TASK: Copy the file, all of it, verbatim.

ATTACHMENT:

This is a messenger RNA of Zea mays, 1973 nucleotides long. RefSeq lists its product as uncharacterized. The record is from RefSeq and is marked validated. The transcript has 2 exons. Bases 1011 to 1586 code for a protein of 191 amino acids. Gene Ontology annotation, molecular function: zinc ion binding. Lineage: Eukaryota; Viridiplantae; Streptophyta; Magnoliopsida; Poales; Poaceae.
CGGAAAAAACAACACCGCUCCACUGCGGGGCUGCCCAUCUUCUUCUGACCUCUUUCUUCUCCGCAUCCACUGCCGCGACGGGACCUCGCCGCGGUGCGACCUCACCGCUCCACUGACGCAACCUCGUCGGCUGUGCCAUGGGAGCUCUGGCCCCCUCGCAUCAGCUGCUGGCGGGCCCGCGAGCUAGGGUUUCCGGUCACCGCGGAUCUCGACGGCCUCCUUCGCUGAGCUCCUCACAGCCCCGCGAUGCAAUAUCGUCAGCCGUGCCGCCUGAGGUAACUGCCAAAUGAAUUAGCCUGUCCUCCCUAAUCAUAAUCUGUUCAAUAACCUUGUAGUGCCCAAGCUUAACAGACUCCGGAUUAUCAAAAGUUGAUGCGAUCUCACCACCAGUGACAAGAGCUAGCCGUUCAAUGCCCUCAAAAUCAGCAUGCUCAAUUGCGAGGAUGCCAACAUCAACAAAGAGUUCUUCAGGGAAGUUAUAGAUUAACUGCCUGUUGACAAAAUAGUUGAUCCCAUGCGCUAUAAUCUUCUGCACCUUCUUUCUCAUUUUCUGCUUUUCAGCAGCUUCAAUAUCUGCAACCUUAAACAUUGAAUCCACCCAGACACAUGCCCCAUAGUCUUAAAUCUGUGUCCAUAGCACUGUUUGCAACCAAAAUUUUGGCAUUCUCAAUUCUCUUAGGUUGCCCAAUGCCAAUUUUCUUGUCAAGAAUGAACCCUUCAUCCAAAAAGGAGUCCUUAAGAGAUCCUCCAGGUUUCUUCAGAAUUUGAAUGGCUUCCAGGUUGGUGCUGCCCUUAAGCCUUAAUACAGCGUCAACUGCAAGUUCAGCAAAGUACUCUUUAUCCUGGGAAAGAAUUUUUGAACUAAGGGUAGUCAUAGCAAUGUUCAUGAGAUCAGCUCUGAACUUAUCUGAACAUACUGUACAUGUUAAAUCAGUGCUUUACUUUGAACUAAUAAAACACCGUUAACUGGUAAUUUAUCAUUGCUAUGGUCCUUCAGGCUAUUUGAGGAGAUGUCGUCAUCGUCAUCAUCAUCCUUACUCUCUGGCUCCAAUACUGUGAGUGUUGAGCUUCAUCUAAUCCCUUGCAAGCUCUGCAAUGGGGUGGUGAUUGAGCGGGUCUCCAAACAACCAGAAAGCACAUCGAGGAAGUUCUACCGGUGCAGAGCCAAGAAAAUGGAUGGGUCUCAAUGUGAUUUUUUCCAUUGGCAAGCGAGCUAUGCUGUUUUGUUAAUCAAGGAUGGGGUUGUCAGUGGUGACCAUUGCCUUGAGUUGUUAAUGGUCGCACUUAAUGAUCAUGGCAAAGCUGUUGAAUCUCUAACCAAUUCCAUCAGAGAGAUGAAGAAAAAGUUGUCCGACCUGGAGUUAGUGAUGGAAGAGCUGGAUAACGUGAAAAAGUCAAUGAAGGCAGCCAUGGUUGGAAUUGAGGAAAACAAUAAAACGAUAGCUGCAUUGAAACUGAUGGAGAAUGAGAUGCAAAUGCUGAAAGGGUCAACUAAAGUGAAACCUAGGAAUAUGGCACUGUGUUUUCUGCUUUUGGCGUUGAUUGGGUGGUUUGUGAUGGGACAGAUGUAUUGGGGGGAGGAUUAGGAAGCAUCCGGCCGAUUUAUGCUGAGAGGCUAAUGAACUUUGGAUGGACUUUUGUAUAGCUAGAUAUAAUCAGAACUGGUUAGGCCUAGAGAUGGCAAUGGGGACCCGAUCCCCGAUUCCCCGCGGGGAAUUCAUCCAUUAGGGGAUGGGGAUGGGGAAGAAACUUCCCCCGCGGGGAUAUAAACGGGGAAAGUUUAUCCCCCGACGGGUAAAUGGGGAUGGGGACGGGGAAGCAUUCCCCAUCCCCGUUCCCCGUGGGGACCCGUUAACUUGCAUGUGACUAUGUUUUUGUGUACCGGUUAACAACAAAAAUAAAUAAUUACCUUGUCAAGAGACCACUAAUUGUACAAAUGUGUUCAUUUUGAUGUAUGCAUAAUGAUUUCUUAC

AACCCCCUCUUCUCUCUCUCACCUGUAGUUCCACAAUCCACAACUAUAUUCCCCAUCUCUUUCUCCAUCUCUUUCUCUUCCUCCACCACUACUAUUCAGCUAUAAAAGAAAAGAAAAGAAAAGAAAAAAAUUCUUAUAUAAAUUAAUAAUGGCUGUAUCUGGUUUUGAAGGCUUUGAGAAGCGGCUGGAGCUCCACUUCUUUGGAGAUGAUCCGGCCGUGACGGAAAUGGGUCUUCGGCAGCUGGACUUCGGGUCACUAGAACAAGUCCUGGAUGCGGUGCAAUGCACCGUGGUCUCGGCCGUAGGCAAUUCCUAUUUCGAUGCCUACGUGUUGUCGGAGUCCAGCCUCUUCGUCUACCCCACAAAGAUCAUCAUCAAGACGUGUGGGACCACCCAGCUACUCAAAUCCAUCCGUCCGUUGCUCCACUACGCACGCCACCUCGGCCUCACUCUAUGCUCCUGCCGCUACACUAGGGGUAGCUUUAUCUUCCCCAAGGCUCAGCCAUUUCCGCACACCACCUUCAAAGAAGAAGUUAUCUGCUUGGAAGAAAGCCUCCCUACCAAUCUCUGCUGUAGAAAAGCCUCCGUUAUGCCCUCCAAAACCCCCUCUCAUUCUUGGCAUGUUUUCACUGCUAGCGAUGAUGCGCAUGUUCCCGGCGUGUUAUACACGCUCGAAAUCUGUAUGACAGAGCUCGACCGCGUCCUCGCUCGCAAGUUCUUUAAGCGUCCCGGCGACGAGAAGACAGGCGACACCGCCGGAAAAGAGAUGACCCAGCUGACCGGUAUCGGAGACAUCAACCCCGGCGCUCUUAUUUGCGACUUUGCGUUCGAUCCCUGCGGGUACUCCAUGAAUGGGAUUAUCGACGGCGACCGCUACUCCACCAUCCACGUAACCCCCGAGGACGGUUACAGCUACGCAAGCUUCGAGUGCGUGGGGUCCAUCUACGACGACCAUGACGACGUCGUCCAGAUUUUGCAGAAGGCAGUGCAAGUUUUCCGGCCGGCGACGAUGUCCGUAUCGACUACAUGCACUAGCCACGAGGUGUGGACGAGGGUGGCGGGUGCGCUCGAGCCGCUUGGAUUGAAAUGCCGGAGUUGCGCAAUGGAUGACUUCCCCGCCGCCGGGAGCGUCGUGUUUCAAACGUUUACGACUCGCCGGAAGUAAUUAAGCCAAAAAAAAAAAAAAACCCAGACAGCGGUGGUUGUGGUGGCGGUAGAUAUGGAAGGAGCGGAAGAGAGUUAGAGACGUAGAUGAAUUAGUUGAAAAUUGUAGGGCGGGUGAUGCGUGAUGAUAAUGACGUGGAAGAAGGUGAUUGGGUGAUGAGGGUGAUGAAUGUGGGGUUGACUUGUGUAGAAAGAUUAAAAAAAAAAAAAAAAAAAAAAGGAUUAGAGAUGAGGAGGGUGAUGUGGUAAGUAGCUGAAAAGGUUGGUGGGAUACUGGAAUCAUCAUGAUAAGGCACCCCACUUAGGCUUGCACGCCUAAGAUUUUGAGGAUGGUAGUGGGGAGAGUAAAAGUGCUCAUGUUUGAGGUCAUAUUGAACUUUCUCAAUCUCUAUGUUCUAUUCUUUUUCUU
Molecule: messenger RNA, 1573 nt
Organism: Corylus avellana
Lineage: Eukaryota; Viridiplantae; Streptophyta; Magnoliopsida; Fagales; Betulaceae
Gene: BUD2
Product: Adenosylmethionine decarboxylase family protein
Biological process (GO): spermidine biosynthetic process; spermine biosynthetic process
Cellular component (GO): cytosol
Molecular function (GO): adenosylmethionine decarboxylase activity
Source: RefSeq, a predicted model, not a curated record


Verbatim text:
This is a messenger RNA of Zea mays, 1973 nucleotides long. RefSeq lists its product as uncharacterized. The record is from RefSeq and is marked validated. The transcript has 2 exons. Bases 1011 to 1586 code for a protein of 191 amino acids. Gene Ontology annotation, molecular function: zinc ion binding. Lineage: Eukaryota; Viridiplantae; Streptophyta; Magnoliopsida; Poales; Poaceae.
CGGAAAAAACAACACCGCUCCACUGCGGGGCUGCCCAUCUUCUUCUGACCUCUUUCUUCUCCGCAUCCACUGCCGCGACGGGACCUCGCCGCGGUGCGACCUCACCGCUCCACUGACGCAACCUCGUCGGCUGUGCCAUGGGAGCUCUGGCCCCCUCGCAUCAGCUGCUGGCGGGCCCGCGAGCUAGGGUUUCCGGUCACCGCGGAUCUCGACGGCCUCCUUCGCUGAGCUCCUCACAGCCCCGCGAUGCAAUAUCGUCAGCCGUGCCGCCUGAGGUAACUGCCAAAUGAAUUAGCCUGUCCUCCCUAAUCAUAAUCUGUUCAAUAACCUUGUAGUGCCCAAGCUUAACAGACUCCGGAUUAUCAAAAGUUGAUGCGAUCUCACCACCAGUGACAAGAGCUAGCCGUUCAAUGCCCUCAAAAUCAGCAUGCUCAAUUGCGAGGAUGCCAACAUCAACAAAGAGUUCUUCAGGGAAGUUAUAGAUUAACUGCCUGUUGACAAAAUAGUUGAUCCCAUGCGCUAUAAUCUUCUGCACCUUCUUUCUCAUUUUCUGCUUUUCAGCAGCUUCAAUAUCUGCAACCUUAAACAUUGAAUCCACCCAGACACAUGCCCCAUAGUCUUAAAUCUGUGUCCAUAGCACUGUUUGCAACCAAAAUUUUGGCAUUCUCAAUUCUCUUAGGUUGCCCAAUGCCAAUUUUCUUGUCAAGAAUGAACCCUUCAUCCAAAAAGGAGUCCUUAAGAGAUCCUCCAGGUUUCUUCAGAAUUUGAAUGGCUUCCAGGUUGGUGCUGCCCUUAAGCCUUAAUACAGCGUCAACUGCAAGUUCAGCAAAGUACUCUUUAUCCUGGGAAAGAAUUUUUGAACUAAGGGUAGUCAUAGCAAUGUUCAUGAGAUCAGCUCUGAACUUAUCUGAACAUACUGUACAUGUUAAAUCAGUGCUUUACUUUGAACUAAUAAAACACCGUUAACUGGUAAUUUAUCAUUGCUAUGGUCCUUCAGGCUAUUUGAGGAGAUGUCGUCAUCGUCAUCAUCAUCCUUACUCUCUGGCUCCAAUACUGUGAGUGUUGAGCUUCAUCUAAUCCCUUGCAAGCUCUGCAAUGGGGUGGUGAUUGAGCGGGUCUCCAAACAACCAGAAAGCACAUCGAGGAAGUUCUACCGGUGCAGAGCCAAGAAAAUGGAUGGGUCUCAAUGUGAUUUUUUCCAUUGGCAAGCGAGCUAUGCUGUUUUGUUAAUCAAGGAUGGGGUUGUCAGUGGUGACCAUUGCCUUGAGUUGUUAAUGGUCGCACUUAAUGAUCAUGGCAAAGCUGUUGAAUCUCUAACCAAUUCCAUCAGAGAGAUGAAGAAAAAGUUGUCCGACCUGGAGUUAGUGAUGGAAGAGCUGGAUAACGUGAAAAAGUCAAUGAAGGCAGCCAUGGUUGGAAUUGAGGAAAACAAUAAAACGAUAGCUGCAUUGAAACUGAUGGAGAAUGAGAUGCAAAUGCUGAAAGGGUCAACUAAAGUGAAACCUAGGAAUAUGGCACUGUGUUUUCUGCUUUUGGCGUUGAUUGGGUGGUUUGUGAUGGGACAGAUGUAUUGGGGGGAGGAUUAGGAAGCAUCCGGCCGAUUUAUGCUGAGAGGCUAAUGAACUUUGGAUGGACUUUUGUAUAGCUAGAUAUAAUCAGAACUGGUUAGGCCUAGAGAUGGCAAUGGGGACCCGAUCCCCGAUUCCCCGCGGGGAAUUCAUCCAUUAGGGGAUGGGGAUGGGGAAGAAACUUCCCCCGCGGGGAUAUAAACGGGGAAAGUUUAUCCCCCGACGGGUAAAUGGGGAUGGGGACGGGGAAGCAUUCCCCAUCCCCGUUCCCCGUGGGGACCCGUUAACUUGCAUGUGACUAUGUUUUUGUGUACCGGUUAACAACAAAAAUAAAUAAUUACCUUGUCAAGAGACCACUAAUUGUACAAAUGUGUUCAUUUUGAUGUAUGCAUAAUGAUUUCUUAC

AACCCCCUCUUCUCUCUCUCACCUGUAGUUCCACAAUCCACAACUAUAUUCCCCAUCUCUUUCUCCAUCUCUUUCUCUUCCUCCACCACUACUAUUCAGCUAUAAAAGAAAAGAAAAGAAAAGAAAAAAAUUCUUAUAUAAAUUAAUAAUGGCUGUAUCUGGUUUUGAAGGCUUUGAGAAGCGGCUGGAGCUCCACUUCUUUGGAGAUGAUCCGGCCGUGACGGAAAUGGGUCUUCGGCAGCUGGACUUCGGGUCACUAGAACAAGUCCUGGAUGCGGUGCAAUGCACCGUGGUCUCGGCCGUAGGCAAUUCCUAUUUCGAUGCCUACGUGUUGUCGGAGUCCAGCCUCUUCGUCUACCCCACAAAGAUCAUCAUCAAGACGUGUGGGACCACCCAGCUACUCAAAUCCAUCCGUCCGUUGCUCCACUACGCACGCCACCUCGGCCUCACUCUAUGCUCCUGCCGCUACACUAGGGGUAGCUUUAUCUUCCCCAAGGCUCAGCCAUUUCCGCACACCACCUUCAAAGAAGAAGUUAUCUGCUUGGAAGAAAGCCUCCCUACCAAUCUCUGCUGUAGAAAAGCCUCCGUUAUGCCCUCCAAAACCCCCUCUCAUUCUUGGCAUGUUUUCACUGCUAGCGAUGAUGCGCAUGUUCCCGGCGUGUUAUACACGCUCGAAAUCUGUAUGACAGAGCUCGACCGCGUCCUCGCUCGCAAGUUCUUUAAGCGUCCCGGCGACGAGAAGACAGGCGACACCGCCGGAAAAGAGAUGACCCAGCUGACCGGUAUCGGAGACAUCAACCCCGGCGCUCUUAUUUGCGACUUUGCGUUCGAUCCCUGCGGGUACUCCAUGAAUGGGAUUAUCGACGGCGACCGCUACUCCACCAUCCACGUAACCCCCGAGGACGGUUACAGCUACGCAAGCUUCGAGUGCGUGGGGUCCAUCUACGACGACCAUGACGACGUCGUCCAGAUUUUGCAGAAGGCAGUGCAAGUUUUCCGGCCGGCGACGAUGUCCGUAUCGACUACAUGCACUAGCCACGAGGUGUGGACGAGGGUGGCGGGUGCGCUCGAGCCGCUUGGAUUGAAAUGCCGGAGUUGCGCAAUGGAUGACUUCCCCGCCGCCGGGAGCGUCGUGUUUCAAACGUUUACGACUCGCCGGAAGUAAUUAAGCCAAAAAAAAAAAAAAACCCAGACAGCGGUGGUUGUGGUGGCGGUAGAUAUGGAAGGAGCGGAAGAGAGUUAGAGACGUAGAUGAAUUAGUUGAAAAUUGUAGGGCGGGUGAUGCGUGAUGAUAAUGACGUGGAAGAAGGUGAUUGGGUGAUGAGGGUGAUGAAUGUGGGGUUGACUUGUGUAGAAAGAUUAAAAAAAAAAAAAAAAAAAAAAGGAUUAGAGAUGAGGAGGGUGAUGUGGUAAGUAGCUGAAAAGGUUGGUGGGAUACUGGAAUCAUCAUGAUAAGGCACCCCACUUAGGCUUGCACGCCUAAGAUUUUGAGGAUGGUAGUGGGGAGAGUAAAAGUGCUCAUGUUUGAGGUCAUAUUGAACUUUCUCAAUCUCUAUGUUCUAUUCUUUUUCUU
Molecule: messenger RNA, 1573 nt
Organism: Corylus avellana
Lineage: Eukaryota; Viridiplantae; Streptophyta; Magnoliopsida; Fagales; Betulaceae
Gene: BUD2
Product: Adenosylmethionine decarboxylase family protein
Biological process (GO): spermidine biosynthetic process; spermine biosynthetic process
Cellular component (GO): cytosol
Molecular function (GO): adenosylmethionine decarboxylase activity
Source: RefSeq, a predicted model, not a curated record